Chart shows historical bull markets since 1921, and a trendline showing the average of the historical path of gains. Chart shows that the current bull market has not yet reached the duration or magnitude of a median historical bull market.
Past performance is no guarantee of future results. Blue line shows current market cycle, starting with S&P low of 2022. Grey lines show each historical cyclical bull market since 1921. Data based on performance of S&P 500 index. Monthly data. Sources: FMRCo., Bloomberg, Haver.

Looking just at those numbers, we might only be in the fifth inning of this bull market.

However, I think that some of the dynamics to this cycle—namely high inflation and interest rates, which generally put pressure on stock valuations like price-earnings (P/E) ratios—make it less comparable to some historical bull markets. Focus specifically on periods when there were similar pressures (particularly in the 1960s and 1980s), and historical bull markets have often been shorter and shallower—with typical gains closer to 65% to 75%.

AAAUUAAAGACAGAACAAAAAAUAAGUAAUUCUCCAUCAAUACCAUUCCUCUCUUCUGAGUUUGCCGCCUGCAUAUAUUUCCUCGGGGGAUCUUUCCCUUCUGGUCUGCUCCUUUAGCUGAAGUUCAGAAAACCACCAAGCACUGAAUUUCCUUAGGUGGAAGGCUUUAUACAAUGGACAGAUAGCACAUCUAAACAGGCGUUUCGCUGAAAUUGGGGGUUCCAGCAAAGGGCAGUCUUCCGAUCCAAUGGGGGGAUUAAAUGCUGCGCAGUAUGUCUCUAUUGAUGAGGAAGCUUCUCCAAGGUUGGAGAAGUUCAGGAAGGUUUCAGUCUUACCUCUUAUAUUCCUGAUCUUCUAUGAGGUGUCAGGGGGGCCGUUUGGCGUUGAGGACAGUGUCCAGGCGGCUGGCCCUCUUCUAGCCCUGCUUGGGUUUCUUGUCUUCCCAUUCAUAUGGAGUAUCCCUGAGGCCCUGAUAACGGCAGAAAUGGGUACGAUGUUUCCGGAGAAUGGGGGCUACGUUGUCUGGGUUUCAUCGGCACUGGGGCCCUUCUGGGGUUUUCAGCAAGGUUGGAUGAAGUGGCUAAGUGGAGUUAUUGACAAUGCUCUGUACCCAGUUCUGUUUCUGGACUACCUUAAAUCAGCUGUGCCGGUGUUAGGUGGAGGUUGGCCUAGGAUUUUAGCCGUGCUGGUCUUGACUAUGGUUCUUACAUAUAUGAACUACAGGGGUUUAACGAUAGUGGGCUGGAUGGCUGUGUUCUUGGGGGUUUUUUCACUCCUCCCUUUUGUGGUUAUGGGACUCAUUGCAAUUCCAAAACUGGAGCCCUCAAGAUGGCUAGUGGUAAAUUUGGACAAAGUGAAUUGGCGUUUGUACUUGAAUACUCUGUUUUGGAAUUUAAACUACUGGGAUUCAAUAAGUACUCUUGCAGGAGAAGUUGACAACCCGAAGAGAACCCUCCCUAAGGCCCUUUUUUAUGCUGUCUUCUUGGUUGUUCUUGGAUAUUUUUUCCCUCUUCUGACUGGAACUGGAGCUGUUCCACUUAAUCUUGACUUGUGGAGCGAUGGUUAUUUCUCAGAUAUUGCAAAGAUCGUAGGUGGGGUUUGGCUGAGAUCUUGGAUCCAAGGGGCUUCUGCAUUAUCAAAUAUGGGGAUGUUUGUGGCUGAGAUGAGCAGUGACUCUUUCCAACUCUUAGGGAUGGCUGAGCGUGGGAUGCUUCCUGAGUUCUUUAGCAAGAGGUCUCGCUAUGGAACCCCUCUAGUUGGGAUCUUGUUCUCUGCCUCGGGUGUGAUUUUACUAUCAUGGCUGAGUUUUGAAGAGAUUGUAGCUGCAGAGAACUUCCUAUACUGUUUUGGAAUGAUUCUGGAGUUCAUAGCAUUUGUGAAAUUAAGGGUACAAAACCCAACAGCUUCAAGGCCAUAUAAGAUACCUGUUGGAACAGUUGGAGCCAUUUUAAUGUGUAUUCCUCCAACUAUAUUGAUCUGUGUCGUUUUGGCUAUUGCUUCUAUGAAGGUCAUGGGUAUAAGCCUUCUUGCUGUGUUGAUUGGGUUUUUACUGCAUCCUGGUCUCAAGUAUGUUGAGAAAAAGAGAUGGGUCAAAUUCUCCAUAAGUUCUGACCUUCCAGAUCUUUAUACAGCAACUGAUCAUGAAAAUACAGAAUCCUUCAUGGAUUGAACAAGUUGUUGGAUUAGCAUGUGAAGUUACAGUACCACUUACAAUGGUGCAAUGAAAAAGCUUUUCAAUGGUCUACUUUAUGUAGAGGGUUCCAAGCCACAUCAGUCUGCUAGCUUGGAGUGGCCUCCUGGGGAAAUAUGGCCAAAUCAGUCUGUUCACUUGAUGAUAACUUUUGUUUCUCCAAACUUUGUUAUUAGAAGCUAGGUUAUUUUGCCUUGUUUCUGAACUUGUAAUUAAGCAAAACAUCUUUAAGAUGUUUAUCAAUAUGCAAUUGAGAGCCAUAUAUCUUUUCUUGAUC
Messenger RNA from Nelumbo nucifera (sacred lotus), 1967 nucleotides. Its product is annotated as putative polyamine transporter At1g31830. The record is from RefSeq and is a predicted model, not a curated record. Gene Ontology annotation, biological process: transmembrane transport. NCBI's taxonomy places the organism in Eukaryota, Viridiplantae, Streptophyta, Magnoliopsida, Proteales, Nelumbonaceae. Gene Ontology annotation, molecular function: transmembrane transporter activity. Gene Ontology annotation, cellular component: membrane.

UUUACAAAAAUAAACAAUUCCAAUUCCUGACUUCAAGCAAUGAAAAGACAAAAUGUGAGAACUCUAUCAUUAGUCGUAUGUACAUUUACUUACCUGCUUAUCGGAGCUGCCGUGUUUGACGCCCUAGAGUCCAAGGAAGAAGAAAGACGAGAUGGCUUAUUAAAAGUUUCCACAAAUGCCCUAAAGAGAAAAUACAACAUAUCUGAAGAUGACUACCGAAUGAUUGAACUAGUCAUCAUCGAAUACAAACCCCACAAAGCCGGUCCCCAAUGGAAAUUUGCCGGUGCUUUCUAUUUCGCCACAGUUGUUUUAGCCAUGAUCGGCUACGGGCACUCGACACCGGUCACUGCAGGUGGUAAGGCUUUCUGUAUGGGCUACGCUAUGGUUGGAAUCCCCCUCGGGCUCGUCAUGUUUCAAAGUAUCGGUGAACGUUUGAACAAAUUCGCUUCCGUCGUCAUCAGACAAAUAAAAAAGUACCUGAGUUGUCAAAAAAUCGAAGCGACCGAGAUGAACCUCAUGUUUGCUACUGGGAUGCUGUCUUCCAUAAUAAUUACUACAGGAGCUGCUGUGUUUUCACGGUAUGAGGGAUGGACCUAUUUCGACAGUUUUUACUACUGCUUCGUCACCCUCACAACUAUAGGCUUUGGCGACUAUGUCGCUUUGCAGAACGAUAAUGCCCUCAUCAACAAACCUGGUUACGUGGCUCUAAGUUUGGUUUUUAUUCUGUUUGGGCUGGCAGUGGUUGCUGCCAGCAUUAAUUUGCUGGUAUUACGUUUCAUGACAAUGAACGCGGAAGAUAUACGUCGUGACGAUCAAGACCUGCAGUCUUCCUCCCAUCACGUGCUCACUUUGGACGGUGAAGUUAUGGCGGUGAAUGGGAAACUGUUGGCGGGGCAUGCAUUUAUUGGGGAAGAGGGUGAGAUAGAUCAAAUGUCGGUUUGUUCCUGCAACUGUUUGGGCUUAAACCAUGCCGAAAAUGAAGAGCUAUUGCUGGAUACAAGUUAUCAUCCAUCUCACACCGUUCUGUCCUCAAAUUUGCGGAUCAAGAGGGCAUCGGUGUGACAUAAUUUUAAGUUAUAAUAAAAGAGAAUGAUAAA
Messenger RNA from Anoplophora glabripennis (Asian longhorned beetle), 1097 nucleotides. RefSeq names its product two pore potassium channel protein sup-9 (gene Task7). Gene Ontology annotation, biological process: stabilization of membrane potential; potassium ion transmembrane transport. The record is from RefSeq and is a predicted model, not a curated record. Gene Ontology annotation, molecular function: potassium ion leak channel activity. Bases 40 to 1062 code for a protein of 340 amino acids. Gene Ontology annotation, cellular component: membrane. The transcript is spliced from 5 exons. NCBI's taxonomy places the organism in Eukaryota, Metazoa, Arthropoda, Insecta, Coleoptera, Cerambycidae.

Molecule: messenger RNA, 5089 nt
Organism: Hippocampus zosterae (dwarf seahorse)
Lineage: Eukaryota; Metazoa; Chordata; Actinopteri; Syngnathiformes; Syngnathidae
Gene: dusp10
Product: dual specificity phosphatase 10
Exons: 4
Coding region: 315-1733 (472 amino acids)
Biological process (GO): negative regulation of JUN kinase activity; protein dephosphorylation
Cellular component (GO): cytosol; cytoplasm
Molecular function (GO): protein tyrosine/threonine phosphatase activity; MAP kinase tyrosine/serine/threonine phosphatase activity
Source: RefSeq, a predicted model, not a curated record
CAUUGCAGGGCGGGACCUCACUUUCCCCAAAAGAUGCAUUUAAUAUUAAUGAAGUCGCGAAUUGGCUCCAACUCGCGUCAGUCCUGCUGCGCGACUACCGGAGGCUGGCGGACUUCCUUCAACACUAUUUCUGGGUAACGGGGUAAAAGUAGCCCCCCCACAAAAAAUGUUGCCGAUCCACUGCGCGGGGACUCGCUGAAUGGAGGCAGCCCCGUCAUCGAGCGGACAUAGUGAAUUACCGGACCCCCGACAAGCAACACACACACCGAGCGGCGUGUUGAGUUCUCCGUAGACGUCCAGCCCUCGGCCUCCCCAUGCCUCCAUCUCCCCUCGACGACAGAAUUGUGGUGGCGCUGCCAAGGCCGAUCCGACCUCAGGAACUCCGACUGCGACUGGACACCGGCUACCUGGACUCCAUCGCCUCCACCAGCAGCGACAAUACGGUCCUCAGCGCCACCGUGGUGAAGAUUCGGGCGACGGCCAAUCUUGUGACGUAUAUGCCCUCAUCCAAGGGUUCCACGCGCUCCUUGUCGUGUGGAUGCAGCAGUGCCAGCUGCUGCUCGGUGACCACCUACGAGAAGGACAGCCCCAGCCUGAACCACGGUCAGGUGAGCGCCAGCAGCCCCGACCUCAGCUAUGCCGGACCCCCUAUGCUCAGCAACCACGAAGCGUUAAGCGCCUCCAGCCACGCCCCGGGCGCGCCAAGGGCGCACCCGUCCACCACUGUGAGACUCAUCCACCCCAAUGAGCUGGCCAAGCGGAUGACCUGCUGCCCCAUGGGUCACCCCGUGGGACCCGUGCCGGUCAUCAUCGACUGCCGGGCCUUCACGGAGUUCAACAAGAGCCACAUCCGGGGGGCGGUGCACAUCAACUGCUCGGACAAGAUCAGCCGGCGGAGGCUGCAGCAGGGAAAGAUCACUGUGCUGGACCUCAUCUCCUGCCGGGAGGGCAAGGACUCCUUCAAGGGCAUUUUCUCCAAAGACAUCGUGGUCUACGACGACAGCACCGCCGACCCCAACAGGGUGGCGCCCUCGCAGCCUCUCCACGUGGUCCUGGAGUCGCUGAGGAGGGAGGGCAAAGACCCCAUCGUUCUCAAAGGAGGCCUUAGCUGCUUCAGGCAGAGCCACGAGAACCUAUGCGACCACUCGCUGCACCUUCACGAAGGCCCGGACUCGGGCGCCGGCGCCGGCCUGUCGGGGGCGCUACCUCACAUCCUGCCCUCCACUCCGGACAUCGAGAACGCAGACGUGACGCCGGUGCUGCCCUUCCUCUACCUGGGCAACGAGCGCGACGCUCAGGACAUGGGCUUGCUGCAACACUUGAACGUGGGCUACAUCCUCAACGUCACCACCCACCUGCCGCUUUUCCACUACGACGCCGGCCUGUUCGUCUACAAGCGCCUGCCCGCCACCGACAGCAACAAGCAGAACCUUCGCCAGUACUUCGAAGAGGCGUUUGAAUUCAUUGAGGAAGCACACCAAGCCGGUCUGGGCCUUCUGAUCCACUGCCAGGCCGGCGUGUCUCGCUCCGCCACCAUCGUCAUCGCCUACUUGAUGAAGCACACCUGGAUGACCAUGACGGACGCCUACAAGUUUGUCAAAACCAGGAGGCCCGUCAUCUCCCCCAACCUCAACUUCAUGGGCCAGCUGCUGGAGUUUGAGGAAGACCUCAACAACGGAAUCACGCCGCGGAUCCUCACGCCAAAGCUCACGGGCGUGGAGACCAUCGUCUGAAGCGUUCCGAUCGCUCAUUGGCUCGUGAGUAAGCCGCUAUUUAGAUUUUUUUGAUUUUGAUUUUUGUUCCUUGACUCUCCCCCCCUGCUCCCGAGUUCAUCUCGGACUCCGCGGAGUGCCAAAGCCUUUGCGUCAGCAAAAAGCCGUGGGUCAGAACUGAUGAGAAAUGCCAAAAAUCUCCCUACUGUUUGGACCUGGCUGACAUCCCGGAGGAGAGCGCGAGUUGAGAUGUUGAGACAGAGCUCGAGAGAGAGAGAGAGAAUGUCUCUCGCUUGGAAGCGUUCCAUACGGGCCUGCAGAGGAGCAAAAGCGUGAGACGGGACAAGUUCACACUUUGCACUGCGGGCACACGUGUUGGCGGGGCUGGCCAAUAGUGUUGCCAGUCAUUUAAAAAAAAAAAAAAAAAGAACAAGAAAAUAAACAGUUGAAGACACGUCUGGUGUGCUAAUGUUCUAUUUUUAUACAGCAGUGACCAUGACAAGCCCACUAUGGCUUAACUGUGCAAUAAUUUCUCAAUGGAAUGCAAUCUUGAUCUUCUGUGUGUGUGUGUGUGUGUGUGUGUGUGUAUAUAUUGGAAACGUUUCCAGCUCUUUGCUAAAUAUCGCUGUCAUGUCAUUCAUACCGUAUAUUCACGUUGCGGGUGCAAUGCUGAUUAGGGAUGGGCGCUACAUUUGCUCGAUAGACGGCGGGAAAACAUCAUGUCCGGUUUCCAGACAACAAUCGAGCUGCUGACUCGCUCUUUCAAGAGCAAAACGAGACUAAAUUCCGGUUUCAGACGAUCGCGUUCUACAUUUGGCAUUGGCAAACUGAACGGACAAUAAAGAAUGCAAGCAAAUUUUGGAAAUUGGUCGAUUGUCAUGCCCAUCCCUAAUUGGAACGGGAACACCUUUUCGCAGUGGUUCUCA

Hence my belief that we are further along in this cycle—perhaps in the seventh inning. While that might sound pessimistic to some investors (sure, 7 is closer to 9 than to 1), I do think time is still on our side here.

Election-year patterns

Another key factor this year is that we’re in year 4 of the presidential-election cycle, and that year has historically tended to be strong—particularly when it follows a down mid-term year (which we saw this cycle).

Chart compares performance of the S&P 500 since the start of current presidential administration cycle, in 2021, against average S&P 500 performance in historical market cycles that also included a negative mid-term year. Chart shows that historically, the market has on average delivered positive gains in the fourth year of an administration, when this follows a down mid-term year.